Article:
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Hundreds of Religious Leaders Call for End to L.G.B.T.Q. Conversion Therapy

In a show of unity aimed at fighting for the rights of L.G.B.T.Q. people, more than 370 international spiritual leaders have signed a declaration demanding a global ban on disputed conversion therapy.

The declaration also asked that nations find a way to end the criminalization of people based on their sexual orientation or gender identity. It also called for an end to violence against L.G.B.T.Q. people.

The pledge was signed by religious leaders from more than 35 countries. It was led by the Global Interfaith Commission on LGBT+ Lives initiative, in a bid “to affirm the sanctity of life and dignity of all.”

“We recognize that certain religious teachings have, throughout the ages, been misused to cause deep pain and offense to those who are lesbian, gay, bisexual, transgender, queer and intersex,” the commission said in a statement. “This must change.”

Some of the most prominent religious leaders who signed the declaration include Archbishop Emeritus Desmond. M. Tutu of South Africa, a 1984 Nobel Peace Prize winner; Rabbi Mel Gottlieb, the president of the Academy for Jewish Religion, California; the Rev. John C. Dorhauer, the general minister and president of the United Church of Christ; and the Rev. Michael-Ray Mathews, president of the Alliance of Baptists.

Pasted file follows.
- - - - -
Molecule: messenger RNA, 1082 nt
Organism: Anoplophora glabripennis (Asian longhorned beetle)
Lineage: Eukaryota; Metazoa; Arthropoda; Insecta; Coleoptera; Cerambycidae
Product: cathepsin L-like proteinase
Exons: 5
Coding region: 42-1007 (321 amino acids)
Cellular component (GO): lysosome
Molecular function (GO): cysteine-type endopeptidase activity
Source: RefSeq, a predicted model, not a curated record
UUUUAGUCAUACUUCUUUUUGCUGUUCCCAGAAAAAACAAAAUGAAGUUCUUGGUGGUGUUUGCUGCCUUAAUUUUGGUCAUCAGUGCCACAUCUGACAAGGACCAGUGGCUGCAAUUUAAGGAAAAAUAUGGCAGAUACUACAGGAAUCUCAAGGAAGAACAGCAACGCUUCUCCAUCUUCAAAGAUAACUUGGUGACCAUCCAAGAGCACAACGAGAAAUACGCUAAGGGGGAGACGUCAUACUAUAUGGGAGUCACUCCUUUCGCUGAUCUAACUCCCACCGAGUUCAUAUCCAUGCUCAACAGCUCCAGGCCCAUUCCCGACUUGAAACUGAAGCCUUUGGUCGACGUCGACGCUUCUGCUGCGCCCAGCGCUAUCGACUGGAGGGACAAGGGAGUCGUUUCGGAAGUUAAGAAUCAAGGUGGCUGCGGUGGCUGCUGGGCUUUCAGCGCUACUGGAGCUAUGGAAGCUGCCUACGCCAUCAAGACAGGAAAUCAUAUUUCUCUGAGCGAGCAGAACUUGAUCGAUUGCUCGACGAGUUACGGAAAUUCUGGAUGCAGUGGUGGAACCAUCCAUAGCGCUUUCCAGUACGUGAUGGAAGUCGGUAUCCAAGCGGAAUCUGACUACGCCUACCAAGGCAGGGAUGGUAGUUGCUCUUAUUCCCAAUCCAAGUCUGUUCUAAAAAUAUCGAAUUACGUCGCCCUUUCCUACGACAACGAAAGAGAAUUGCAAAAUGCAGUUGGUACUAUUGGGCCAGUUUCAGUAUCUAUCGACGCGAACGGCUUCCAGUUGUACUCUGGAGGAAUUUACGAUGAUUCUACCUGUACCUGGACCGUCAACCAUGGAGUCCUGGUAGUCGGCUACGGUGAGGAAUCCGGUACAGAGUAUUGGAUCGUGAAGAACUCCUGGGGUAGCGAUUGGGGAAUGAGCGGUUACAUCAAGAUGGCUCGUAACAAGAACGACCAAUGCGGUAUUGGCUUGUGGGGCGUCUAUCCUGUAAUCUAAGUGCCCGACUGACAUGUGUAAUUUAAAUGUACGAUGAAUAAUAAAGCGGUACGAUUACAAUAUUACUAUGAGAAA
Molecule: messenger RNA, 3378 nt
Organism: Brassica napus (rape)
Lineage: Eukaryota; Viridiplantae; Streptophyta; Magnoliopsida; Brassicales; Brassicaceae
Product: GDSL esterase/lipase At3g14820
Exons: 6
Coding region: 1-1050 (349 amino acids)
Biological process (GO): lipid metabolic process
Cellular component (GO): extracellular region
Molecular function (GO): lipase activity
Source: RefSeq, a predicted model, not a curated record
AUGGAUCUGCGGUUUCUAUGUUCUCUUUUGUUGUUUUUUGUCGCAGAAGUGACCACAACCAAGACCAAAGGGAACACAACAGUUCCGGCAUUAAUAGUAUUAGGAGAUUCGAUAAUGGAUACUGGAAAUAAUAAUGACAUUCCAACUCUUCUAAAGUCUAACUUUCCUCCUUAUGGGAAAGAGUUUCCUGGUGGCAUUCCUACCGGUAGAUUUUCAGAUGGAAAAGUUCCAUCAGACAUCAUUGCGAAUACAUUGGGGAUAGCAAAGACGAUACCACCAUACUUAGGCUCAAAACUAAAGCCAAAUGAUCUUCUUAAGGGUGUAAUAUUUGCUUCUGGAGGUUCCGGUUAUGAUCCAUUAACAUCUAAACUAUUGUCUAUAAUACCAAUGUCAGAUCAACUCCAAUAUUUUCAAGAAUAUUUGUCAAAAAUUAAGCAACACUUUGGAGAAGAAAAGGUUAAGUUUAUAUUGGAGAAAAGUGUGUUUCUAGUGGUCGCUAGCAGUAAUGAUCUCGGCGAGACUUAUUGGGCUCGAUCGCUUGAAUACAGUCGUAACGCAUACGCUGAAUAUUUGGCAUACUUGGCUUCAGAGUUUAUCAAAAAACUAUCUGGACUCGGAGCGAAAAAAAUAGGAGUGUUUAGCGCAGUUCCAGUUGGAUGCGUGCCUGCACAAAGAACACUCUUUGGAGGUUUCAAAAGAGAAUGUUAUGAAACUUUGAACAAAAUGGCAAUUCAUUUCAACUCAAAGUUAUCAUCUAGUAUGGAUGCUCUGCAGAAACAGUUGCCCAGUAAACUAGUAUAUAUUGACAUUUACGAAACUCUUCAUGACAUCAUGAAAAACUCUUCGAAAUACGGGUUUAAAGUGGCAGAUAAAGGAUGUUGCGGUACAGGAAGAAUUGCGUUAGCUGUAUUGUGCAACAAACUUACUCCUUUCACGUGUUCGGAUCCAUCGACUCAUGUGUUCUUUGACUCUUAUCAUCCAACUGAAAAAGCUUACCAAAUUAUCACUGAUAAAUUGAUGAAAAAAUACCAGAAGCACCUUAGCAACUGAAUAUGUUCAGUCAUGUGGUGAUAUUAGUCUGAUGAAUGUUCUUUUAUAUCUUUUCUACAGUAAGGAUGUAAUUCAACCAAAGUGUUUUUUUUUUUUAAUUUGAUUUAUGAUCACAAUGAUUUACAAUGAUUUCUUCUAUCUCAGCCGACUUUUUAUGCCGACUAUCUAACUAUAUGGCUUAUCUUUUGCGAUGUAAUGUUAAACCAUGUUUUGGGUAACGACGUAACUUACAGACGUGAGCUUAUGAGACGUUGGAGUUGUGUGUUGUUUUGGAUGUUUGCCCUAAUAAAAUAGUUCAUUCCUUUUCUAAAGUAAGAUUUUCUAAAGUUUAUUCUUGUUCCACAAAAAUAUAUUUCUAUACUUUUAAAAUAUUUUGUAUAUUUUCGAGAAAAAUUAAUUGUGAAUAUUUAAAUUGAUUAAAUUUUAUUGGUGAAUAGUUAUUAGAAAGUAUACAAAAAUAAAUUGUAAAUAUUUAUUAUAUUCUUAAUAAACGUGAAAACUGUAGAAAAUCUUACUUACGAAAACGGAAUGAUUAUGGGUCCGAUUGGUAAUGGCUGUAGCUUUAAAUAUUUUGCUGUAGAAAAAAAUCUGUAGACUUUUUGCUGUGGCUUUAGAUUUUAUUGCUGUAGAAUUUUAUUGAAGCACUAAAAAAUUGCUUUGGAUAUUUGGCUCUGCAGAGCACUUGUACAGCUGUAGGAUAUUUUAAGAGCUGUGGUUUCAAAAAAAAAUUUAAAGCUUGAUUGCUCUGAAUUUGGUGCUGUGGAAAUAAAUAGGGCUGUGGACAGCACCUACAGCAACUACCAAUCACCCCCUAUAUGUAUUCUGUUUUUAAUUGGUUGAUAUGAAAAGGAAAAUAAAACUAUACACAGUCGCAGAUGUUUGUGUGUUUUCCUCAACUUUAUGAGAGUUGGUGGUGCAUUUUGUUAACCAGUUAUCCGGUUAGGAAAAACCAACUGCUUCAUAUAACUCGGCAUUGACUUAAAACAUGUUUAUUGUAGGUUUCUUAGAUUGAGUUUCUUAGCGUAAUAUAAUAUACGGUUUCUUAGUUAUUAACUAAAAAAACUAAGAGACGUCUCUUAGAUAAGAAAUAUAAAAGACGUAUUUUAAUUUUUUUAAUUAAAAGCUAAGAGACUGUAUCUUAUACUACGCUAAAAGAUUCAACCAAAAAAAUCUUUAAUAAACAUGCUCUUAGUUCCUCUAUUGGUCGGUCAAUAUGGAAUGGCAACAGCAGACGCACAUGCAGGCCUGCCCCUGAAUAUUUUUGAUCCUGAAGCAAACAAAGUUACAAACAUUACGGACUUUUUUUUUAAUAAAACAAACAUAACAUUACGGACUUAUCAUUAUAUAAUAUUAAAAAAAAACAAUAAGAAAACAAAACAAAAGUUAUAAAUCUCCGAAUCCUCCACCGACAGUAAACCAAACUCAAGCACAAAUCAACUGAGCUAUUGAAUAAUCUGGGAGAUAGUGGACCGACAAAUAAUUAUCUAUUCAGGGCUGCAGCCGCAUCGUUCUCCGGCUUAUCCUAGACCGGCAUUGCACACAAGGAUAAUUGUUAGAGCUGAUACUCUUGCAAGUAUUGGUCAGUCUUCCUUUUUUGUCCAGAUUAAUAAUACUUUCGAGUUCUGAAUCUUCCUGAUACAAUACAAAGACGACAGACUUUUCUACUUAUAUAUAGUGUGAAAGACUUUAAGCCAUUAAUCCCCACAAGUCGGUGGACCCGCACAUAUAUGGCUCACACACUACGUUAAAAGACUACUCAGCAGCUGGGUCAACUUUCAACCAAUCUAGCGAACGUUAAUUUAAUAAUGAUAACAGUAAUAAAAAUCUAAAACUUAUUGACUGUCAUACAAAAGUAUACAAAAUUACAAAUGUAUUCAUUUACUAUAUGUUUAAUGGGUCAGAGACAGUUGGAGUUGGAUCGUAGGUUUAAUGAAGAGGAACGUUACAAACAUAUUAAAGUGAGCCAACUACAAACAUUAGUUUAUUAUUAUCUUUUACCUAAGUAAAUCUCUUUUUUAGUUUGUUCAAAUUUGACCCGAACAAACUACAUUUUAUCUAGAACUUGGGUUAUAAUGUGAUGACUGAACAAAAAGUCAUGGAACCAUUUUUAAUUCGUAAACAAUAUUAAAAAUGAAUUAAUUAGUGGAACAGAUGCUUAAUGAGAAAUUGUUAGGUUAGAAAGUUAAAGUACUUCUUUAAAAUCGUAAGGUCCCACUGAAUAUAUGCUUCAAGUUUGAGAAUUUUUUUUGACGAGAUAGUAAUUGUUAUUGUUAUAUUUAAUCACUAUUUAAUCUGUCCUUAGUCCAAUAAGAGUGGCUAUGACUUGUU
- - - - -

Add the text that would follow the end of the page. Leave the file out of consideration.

Conversion therapy is a discredited practice aimed at altering a person’s sexual orientation or gender identity. The American Medical Association and the American Psychological Association have condemned the practice.

The practice has in the past included severe methods like institutionalization, castration and electroshock therapy.

Twenty states in the United States have some form of a ban on conversion therapy, said Christy Mallory, a state and local policy director at the Williams Institute at the U.C.L.A. School of Law. The institute is a think tank focused on researching sexual orientation and gender identity issues. Most of the states that passed a ban are those that are more supportive of L.G.B.T.Q. rights, she said.

“It leaves the most vulnerable L.G.B.T.Q. people, particularly kids, more at risk in the states where there are no laws in place,” she said.

New York, Utah, Virginia, Colorado and Puerto Rico have all passed legislation banning conversion therapy for minors.

In 2019, Rafael Peretz, Israel’s education minister, endorsed the debunked therapy for young gay people.

The first European country to outlaw the practice was Malta, a Mediterranean island nation, in 2016.

Prime Minister Boris Johnson of Britain pledged a ban for the controversial therapy over the summer, according to the BBC, calling the practice “absolutely abhorrent.”

All of the legislation in the United States tackles bans on conversion therapy by licensed health care professionals and practicing on minors, Ms. Mallory said. But she added that these laws leave a gap for religious or spiritual providers to continue to carry out the practice.

The pledge by the religious leaders calls “for all attempts to change, suppress or erase a person’s sexual orientation, gender identity or gender expression” to end — and for the practice to be banned. The pledge could help to begin closing the gap on the practice with religious leaders, Ms. Mallory said. She said it reflected a growing trend of spiritual leaders supporting rights for L.G.B.T.Q. people more broadly.

The pledge said, “We ask for forgiveness from those whose lives have been damaged and destroyed on the pretext of religious teaching.”

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